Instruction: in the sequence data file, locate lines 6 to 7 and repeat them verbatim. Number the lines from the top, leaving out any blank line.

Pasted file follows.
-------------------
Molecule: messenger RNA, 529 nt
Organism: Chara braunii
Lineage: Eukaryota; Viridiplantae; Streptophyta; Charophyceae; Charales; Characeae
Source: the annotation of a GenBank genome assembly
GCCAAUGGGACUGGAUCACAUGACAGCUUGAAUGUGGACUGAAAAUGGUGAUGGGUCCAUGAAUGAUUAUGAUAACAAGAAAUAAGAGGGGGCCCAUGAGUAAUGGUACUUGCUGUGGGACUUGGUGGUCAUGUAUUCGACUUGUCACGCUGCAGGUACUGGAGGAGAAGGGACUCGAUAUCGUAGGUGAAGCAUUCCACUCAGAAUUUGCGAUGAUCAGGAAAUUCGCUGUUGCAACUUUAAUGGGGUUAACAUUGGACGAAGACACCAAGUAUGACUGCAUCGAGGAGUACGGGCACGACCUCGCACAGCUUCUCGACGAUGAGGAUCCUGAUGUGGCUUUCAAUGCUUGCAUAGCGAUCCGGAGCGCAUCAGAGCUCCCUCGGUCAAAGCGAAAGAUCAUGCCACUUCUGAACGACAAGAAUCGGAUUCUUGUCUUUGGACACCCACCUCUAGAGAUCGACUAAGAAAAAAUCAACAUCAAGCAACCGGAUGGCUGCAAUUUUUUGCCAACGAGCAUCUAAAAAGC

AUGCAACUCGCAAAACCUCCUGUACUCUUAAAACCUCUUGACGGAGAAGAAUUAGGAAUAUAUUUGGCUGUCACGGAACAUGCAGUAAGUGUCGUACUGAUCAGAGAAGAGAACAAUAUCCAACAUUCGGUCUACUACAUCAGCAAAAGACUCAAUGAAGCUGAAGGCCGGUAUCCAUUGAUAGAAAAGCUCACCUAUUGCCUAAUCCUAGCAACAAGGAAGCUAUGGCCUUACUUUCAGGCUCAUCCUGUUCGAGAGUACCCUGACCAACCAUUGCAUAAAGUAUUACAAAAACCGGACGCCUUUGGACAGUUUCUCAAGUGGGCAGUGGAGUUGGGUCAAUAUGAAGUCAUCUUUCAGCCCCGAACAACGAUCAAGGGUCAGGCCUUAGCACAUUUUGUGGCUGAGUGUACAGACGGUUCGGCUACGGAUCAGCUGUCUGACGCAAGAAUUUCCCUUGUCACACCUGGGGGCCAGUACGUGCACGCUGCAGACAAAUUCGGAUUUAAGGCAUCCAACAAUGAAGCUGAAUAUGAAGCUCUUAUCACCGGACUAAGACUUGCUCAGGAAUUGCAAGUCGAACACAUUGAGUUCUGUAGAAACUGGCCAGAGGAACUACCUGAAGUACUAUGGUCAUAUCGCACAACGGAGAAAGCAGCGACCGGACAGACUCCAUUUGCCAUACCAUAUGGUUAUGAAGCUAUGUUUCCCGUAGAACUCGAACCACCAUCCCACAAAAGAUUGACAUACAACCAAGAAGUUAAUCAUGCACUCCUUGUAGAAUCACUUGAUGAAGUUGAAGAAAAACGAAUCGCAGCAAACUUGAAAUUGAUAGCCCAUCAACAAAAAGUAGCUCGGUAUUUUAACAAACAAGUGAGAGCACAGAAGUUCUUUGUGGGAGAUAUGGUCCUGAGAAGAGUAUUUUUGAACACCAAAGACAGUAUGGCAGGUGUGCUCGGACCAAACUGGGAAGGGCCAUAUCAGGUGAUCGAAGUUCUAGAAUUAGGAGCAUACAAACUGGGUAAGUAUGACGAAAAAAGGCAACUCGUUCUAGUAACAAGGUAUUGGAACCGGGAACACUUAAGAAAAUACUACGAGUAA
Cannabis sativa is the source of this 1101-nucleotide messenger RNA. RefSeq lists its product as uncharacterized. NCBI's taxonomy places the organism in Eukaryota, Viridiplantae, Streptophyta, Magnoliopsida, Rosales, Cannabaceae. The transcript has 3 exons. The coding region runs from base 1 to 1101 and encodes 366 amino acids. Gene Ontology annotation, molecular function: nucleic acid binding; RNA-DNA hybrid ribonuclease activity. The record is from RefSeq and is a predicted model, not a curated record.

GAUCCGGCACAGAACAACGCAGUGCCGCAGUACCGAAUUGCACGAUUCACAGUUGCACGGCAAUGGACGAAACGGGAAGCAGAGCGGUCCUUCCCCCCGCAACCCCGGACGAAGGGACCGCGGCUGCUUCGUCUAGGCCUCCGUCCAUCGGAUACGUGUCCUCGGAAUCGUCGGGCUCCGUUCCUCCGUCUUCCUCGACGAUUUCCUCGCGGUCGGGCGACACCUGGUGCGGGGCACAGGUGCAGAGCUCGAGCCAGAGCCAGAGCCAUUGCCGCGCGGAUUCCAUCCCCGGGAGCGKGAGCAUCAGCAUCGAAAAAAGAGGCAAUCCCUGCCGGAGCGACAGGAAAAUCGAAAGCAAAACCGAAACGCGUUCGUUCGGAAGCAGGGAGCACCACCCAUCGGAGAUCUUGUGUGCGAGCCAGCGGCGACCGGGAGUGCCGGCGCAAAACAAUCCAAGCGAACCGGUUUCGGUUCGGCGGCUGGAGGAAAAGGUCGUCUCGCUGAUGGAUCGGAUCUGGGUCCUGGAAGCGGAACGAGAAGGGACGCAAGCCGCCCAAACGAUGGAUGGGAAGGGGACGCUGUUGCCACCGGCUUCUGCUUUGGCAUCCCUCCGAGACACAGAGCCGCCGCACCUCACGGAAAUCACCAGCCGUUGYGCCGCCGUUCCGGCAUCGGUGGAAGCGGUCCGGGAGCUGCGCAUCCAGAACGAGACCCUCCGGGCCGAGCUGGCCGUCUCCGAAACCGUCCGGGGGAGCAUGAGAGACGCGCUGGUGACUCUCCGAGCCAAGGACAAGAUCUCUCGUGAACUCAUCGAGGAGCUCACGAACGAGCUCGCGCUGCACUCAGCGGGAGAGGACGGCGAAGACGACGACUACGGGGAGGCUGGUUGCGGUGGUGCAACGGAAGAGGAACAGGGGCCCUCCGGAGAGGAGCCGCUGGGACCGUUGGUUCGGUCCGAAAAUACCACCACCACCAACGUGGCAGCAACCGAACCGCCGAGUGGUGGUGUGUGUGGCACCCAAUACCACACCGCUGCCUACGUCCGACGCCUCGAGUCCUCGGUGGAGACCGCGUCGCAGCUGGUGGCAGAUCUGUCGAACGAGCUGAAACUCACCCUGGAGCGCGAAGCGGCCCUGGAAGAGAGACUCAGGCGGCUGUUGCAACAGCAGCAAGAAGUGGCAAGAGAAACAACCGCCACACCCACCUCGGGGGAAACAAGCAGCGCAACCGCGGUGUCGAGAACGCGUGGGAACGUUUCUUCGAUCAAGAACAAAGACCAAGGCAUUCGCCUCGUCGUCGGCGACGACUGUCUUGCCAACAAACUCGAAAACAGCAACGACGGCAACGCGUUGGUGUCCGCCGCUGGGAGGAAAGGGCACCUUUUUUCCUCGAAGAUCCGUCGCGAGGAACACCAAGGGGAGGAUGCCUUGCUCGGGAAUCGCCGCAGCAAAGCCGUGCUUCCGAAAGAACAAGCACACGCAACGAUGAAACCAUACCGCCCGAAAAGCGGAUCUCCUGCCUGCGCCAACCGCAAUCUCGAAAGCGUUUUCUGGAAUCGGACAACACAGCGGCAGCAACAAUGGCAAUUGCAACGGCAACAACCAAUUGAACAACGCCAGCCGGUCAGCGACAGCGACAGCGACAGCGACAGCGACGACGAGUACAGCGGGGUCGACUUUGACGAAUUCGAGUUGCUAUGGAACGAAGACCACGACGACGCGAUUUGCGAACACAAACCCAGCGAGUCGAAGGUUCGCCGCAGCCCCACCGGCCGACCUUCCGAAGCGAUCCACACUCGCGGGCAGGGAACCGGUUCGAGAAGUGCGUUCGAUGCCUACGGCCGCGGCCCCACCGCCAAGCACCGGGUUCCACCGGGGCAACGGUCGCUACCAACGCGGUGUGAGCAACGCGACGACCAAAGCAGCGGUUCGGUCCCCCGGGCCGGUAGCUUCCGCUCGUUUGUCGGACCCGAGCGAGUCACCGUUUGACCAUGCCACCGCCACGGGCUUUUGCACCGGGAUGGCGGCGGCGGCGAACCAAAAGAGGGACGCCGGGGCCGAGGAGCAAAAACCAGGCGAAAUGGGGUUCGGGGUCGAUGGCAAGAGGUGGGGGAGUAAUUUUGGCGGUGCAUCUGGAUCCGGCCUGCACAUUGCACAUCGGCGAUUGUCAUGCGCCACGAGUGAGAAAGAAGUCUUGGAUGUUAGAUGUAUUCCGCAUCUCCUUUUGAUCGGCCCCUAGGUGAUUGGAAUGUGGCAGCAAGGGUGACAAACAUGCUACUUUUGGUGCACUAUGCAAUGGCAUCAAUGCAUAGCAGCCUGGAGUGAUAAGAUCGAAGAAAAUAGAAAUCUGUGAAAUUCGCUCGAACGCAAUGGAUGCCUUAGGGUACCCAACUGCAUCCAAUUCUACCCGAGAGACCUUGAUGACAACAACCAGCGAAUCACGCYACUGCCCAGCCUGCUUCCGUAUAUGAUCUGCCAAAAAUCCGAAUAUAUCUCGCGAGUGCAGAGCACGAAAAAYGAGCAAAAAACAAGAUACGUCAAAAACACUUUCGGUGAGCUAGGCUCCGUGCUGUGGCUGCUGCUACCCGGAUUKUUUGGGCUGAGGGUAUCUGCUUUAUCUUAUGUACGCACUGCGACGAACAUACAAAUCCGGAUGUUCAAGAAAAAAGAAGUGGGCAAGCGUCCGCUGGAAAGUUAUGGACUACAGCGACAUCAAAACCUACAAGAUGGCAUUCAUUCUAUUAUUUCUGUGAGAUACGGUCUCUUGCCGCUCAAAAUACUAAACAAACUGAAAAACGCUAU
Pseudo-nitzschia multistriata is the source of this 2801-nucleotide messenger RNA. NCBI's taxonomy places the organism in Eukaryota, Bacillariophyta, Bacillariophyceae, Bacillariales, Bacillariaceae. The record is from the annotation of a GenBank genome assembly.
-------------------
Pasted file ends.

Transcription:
AUGCAACUCGCAAAACCUCCUGUACUCUUAAAACCUCUUGACGGAGAAGAAUUAGGAAUAUAUUUGGCUGUCACGGAACAUGCAGUAAGUGUCGUACUGAUCAGAGAAGAGAACAAUAUCCAACAUUCGGUCUACUACAUCAGCAAAAGACUCAAUGAAGCUGAAGGCCGGUAUCCAUUGAUAGAAAAGCUCACCUAUUGCCUAAUCCUAGCAACAAGGAAGCUAUGGCCUUACUUUCAGGCUCAUCCUGUUCGAGAGUACCCUGACCAACCAUUGCAUAAAGUAUUACAAAAACCGGACGCCUUUGGACAGUUUCUCAAGUGGGCAGUGGAGUUGGGUCAAUAUGAAGUCAUCUUUCAGCCCCGAACAACGAUCAAGGGUCAGGCCUUAGCACAUUUUGUGGCUGAGUGUACAGACGGUUCGGCUACGGAUCAGCUGUCUGACGCAAGAAUUUCCCUUGUCACACCUGGGGGCCAGUACGUGCACGCUGCAGACAAAUUCGGAUUUAAGGCAUCCAACAAUGAAGCUGAAUAUGAAGCUCUUAUCACCGGACUAAGACUUGCUCAGGAAUUGCAAGUCGAACACAUUGAGUUCUGUAGAAACUGGCCAGAGGAACUACCUGAAGUACUAUGGUCAUAUCGCACAACGGAGAAAGCAGCGACCGGACAGACUCCAUUUGCCAUACCAUAUGGUUAUGAAGCUAUGUUUCCCGUAGAACUCGAACCACCAUCCCACAAAAGAUUGACAUACAACCAAGAAGUUAAUCAUGCACUCCUUGUAGAAUCACUUGAUGAAGUUGAAGAAAAACGAAUCGCAGCAAACUUGAAAUUGAUAGCCCAUCAACAAAAAGUAGCUCGGUAUUUUAACAAACAAGUGAGAGCACAGAAGUUCUUUGUGGGAGAUAUGGUCCUGAGAAGAGUAUUUUUGAACACCAAAGACAGUAUGGCAGGUGUGCUCGGACCAAACUGGGAAGGGCCAUAUCAGGUGAUCGAAGUUCUAGAAUUAGGAGCAUACAAACUGGGUAAGUAUGACGAAAAAAGGCAACUCGUUCUAGUAACAAGGUAUUGGAACCGGGAACACUUAAGAAAAUACUACGAGUAA
Cannabis sativa is the source of this 1101-nucleotide messenger RNA. RefSeq lists its product as uncharacterized. NCBI's taxonomy places the organism in Eukaryota, Viridiplantae, Streptophyta, Magnoliopsida, Rosales, Cannabaceae. The transcript has 3 exons. The coding region runs from base 1 to 1101 and encodes 366 amino acids. Gene Ontology annotation, molecular function: nucleic acid binding; RNA-DNA hybrid ribonuclease activity. The record is from RefSeq and is a predicted model, not a curated record.